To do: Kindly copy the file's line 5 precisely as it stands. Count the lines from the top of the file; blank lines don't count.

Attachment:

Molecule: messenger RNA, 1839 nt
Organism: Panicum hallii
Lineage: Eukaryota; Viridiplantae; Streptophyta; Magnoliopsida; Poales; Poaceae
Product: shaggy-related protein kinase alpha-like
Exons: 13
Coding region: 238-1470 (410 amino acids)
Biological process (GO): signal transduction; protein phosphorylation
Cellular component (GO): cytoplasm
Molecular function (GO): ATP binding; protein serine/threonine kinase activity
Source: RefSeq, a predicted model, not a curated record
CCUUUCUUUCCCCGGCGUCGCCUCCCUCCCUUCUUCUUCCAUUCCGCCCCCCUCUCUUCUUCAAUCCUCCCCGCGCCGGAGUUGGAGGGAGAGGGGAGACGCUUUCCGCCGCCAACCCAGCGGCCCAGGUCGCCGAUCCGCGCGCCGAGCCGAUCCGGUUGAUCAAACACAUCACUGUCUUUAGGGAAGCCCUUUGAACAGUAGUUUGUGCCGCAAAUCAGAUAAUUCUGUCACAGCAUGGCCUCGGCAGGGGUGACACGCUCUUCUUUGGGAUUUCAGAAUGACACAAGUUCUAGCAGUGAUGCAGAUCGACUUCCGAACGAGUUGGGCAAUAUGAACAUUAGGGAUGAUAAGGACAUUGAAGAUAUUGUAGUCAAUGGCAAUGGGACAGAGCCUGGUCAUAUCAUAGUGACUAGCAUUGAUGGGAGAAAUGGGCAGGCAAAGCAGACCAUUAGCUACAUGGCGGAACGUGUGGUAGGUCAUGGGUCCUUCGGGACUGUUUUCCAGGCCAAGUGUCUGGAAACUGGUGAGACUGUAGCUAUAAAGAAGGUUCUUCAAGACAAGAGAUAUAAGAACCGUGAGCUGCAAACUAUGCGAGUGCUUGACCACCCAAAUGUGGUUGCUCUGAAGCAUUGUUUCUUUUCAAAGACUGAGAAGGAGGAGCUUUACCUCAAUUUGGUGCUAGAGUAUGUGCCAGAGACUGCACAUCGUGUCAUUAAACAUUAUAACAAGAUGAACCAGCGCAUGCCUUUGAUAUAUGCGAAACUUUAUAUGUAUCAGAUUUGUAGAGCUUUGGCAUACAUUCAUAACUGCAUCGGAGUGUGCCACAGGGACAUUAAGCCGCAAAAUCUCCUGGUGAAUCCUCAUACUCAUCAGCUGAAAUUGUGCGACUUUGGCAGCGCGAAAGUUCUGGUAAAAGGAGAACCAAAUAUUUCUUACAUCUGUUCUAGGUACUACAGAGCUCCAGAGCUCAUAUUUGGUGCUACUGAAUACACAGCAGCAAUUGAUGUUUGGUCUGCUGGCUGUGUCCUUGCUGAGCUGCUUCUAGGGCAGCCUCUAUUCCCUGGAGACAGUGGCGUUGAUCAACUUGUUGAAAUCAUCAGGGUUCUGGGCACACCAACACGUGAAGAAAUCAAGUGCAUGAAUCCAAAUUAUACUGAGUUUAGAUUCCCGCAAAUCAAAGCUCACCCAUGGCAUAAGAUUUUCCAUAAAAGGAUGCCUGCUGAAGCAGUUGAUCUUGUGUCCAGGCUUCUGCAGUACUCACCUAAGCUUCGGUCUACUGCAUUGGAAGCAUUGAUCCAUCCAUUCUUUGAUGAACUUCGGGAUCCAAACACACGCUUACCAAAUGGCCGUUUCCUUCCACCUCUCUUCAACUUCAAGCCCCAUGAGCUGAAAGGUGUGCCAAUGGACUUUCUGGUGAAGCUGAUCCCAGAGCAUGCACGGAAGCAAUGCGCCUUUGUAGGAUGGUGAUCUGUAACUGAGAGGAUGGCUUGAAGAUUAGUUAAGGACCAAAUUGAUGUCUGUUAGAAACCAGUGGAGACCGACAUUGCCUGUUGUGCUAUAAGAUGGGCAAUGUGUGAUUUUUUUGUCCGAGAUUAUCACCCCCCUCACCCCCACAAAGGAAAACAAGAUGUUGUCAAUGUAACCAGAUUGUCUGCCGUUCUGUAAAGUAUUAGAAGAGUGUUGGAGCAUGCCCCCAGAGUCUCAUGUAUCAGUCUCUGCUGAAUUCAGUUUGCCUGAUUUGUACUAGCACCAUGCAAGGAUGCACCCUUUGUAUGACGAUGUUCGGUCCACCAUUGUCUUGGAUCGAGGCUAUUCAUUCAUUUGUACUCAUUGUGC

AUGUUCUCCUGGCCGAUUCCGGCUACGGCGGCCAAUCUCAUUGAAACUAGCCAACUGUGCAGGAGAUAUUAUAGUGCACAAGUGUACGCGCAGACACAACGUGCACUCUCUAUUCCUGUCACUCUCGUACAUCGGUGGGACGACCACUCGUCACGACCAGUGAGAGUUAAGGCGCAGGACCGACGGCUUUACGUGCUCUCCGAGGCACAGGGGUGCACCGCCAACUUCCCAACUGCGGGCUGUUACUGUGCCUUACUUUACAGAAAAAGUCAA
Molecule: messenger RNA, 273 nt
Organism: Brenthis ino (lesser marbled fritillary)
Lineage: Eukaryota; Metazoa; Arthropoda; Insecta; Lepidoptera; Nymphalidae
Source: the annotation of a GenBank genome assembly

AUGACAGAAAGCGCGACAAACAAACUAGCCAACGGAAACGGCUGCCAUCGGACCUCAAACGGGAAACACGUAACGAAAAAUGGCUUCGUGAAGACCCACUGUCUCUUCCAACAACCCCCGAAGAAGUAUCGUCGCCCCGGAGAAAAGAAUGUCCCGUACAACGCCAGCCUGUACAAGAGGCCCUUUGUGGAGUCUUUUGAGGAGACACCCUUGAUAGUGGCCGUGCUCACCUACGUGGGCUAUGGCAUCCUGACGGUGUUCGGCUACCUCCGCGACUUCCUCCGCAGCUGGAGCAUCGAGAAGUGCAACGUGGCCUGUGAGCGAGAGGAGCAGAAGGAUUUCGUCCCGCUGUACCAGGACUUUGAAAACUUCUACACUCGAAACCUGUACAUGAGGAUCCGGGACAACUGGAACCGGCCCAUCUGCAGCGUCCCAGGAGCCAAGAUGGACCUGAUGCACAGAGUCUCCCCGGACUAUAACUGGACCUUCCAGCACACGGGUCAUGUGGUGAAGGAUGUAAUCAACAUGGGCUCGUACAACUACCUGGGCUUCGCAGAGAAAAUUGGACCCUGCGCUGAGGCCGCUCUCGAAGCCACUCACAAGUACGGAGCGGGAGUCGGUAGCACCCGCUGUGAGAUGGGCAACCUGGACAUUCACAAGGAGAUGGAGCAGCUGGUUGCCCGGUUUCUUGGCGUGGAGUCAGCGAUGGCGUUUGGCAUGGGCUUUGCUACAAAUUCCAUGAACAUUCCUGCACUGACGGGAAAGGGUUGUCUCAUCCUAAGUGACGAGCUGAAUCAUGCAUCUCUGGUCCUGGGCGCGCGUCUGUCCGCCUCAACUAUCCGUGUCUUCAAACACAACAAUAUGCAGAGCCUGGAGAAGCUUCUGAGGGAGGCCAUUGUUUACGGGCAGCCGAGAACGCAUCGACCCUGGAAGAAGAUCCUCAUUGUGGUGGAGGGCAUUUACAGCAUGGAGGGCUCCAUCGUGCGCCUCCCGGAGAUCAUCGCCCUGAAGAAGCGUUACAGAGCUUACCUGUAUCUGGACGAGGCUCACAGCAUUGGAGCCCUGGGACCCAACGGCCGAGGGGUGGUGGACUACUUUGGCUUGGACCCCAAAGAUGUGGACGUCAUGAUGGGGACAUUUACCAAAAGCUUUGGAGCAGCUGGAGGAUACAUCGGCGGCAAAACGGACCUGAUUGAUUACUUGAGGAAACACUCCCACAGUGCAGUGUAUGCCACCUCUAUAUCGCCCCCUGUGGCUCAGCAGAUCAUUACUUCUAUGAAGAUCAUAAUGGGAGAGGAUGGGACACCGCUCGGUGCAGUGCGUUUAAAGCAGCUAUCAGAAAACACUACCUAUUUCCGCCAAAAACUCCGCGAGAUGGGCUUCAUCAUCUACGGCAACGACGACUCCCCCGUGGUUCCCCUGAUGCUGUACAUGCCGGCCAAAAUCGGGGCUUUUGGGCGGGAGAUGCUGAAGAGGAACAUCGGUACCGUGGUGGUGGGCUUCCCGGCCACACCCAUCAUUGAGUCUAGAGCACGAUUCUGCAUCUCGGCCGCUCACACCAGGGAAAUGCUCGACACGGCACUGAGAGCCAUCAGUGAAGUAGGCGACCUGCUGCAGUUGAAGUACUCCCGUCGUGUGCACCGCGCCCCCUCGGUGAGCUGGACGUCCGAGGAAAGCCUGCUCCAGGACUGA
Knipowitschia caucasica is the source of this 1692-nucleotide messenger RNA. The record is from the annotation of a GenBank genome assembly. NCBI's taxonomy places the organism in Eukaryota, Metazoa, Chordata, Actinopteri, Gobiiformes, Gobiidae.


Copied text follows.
Exons: 13